Work by local scientist Dr. Barry Sinervo is showing predicted reptile extinctions as reptiles are pushed to the limits of their physiology through global warming. Field work is showing that these models are turning out to be very accurate. Already in Santa Cruz County, the once abundant northern alligator lizard has been almost completely replaced by the southern alligator lizard. In the desert, populations of the endangered desert tortoise are being lost to climate change, as predicted in the models, and if things continue on their current path, the desert tortoise will be driven to extinction through global warming. This will be the fate of many species.
Yet, we are not just talking about tortoises tragically lost here. According to Dr. Barry Sinervo’s models, the ideal habitat for the desert tortoise will be driven all the way up to the Midwest’s border with Canada in several decades. So when we look at the tragedy of the desert tortoise, we are looking at major losses to human agriculture and a threat to the future of human civilization.
As the temperatures of the Earth heats up and fossil water sources are lost, much of where we presently grow food in the Midwest and will turn to desert. Mass starvation and break downs in human civilization are likely in the coming decades. Only a planned socialized economy will be able to implement emergency measures that have a chance of keeping everyone fed. In addition, to slow global warming will take the nationalization of oil, gas, coal, and auto to end their corrupting influence on politics and revamping those industries to better meet human and environmental needs through a planned socialist economy.
Extinction is Forever! Defend and Extend the Endangered Species Act!
Save The Earth Through Proletarian Socialist Revolution!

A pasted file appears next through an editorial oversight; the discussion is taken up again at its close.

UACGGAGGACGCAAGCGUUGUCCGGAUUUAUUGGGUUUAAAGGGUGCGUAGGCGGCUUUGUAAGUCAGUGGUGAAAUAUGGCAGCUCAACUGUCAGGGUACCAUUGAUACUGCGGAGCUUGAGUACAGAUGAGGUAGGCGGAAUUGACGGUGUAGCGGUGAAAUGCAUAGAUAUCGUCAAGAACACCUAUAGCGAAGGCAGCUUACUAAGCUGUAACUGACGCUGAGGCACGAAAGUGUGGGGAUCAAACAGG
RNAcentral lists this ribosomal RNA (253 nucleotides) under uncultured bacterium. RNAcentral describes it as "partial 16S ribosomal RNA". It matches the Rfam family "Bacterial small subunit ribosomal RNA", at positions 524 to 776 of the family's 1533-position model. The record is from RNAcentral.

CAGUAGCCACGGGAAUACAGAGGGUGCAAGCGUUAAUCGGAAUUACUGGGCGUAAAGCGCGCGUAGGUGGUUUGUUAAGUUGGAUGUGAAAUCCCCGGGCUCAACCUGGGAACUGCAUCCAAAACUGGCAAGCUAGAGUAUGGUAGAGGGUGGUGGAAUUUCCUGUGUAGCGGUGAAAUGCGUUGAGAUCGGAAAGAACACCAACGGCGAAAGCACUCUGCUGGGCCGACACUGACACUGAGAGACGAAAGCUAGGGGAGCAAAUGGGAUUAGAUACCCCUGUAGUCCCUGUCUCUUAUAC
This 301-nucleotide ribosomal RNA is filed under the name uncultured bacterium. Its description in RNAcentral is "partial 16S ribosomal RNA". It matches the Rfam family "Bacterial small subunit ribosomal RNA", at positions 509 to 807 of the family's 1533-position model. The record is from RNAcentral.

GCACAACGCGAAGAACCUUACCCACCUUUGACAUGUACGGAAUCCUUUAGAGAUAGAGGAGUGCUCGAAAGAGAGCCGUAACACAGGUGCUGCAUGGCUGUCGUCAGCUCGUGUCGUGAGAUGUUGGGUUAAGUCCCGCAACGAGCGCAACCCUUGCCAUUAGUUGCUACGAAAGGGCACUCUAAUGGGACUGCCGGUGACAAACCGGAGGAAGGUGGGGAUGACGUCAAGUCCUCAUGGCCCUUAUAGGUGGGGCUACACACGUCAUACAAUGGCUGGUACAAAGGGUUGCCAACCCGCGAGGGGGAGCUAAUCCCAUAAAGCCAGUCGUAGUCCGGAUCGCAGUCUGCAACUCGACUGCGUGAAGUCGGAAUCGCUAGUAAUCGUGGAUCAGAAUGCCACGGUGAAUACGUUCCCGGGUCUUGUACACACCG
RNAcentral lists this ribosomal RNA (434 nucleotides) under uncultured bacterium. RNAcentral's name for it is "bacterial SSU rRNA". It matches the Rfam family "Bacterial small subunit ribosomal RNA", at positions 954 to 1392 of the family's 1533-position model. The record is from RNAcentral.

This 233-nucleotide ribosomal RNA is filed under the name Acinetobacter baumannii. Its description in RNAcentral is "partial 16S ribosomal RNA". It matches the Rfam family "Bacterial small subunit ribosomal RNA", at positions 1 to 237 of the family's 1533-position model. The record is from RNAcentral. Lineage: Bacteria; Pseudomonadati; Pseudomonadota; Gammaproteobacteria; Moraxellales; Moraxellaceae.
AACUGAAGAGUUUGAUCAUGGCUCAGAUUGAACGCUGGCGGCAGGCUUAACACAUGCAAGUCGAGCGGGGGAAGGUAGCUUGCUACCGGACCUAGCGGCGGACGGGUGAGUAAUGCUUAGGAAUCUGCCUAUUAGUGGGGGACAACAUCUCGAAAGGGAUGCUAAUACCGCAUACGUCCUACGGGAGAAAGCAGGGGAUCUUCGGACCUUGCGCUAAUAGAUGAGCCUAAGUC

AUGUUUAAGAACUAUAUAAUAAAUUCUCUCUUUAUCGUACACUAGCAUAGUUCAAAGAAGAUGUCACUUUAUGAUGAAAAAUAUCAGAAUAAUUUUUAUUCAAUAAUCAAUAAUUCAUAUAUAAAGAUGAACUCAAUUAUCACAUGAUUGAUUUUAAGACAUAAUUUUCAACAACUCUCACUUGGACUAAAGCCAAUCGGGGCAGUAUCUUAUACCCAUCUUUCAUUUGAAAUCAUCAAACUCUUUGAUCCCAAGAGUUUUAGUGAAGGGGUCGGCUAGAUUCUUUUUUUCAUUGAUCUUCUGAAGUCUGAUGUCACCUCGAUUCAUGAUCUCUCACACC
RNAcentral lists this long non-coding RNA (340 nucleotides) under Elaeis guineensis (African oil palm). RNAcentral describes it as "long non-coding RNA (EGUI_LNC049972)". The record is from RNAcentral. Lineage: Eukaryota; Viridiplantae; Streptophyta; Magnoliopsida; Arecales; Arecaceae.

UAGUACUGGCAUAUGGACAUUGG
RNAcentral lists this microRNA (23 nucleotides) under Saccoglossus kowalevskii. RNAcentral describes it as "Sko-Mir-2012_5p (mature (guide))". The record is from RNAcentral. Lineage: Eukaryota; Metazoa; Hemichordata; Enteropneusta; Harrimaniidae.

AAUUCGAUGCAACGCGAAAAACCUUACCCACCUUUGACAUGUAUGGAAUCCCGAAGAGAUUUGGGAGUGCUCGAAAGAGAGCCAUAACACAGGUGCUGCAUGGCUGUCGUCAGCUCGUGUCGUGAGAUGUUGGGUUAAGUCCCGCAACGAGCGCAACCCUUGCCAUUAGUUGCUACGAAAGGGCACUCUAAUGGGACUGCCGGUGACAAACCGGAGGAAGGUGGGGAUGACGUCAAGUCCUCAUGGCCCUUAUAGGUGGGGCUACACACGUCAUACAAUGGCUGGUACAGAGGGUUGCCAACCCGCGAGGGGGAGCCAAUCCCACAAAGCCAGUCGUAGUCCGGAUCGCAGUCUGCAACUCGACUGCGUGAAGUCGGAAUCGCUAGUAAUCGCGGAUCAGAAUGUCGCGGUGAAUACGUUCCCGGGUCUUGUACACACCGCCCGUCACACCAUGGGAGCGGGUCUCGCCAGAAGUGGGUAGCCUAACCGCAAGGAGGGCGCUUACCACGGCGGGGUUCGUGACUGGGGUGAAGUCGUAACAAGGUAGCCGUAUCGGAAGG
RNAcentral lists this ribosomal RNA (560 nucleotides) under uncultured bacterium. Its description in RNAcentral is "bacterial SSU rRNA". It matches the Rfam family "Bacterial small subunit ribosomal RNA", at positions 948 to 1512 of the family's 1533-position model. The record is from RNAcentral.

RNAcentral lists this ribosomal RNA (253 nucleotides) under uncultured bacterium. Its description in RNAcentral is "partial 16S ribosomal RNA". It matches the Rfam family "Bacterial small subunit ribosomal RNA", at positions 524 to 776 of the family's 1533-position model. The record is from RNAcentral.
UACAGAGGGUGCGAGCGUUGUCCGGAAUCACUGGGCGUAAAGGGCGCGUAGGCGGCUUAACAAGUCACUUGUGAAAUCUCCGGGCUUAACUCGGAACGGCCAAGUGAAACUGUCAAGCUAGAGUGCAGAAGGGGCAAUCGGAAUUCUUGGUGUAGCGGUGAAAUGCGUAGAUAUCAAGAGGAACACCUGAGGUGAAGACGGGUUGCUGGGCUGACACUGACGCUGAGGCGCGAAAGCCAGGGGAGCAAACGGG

-Steven Argue of the Revolutionary Tendency
From the same author, see:
All True Revolutionaries Are Environmentalists
Of "Chemtrails", The "Illuminati", Global Warming, and Trayvon Martin
This is an article of Liberation News, subscribe Free:
Photo: Dust bowl dust storm. Through the 1930s people in the center of the United States suffered in what was called the dust bowl. A lack of rain and poor farming practices caused the dirt to begin to blow in massive storms. Crops were destroyed, people starved, children died of dust pneumonia, and many refugees, including famed singer song writer Woody Guthrie, tried to make a new start in California. Better farming practices and the return of the rains at the end of the thirties finally eliminated dust bowl conditions except for a brief return in the 1950s. Since that time, wells have been dug that keep the crops watered. The region is now a major supplier of the world's food. Yet, the underground water supply will run out in a few decades. In addition, climate models predict the land will become dryer and hotter as a result of global warming, not just in the old dust bowl, but through the entire Midwest. This threatens a major supply of food for the entire world.
[Photo credit: Chris Johns/National Geographic/Getty Images]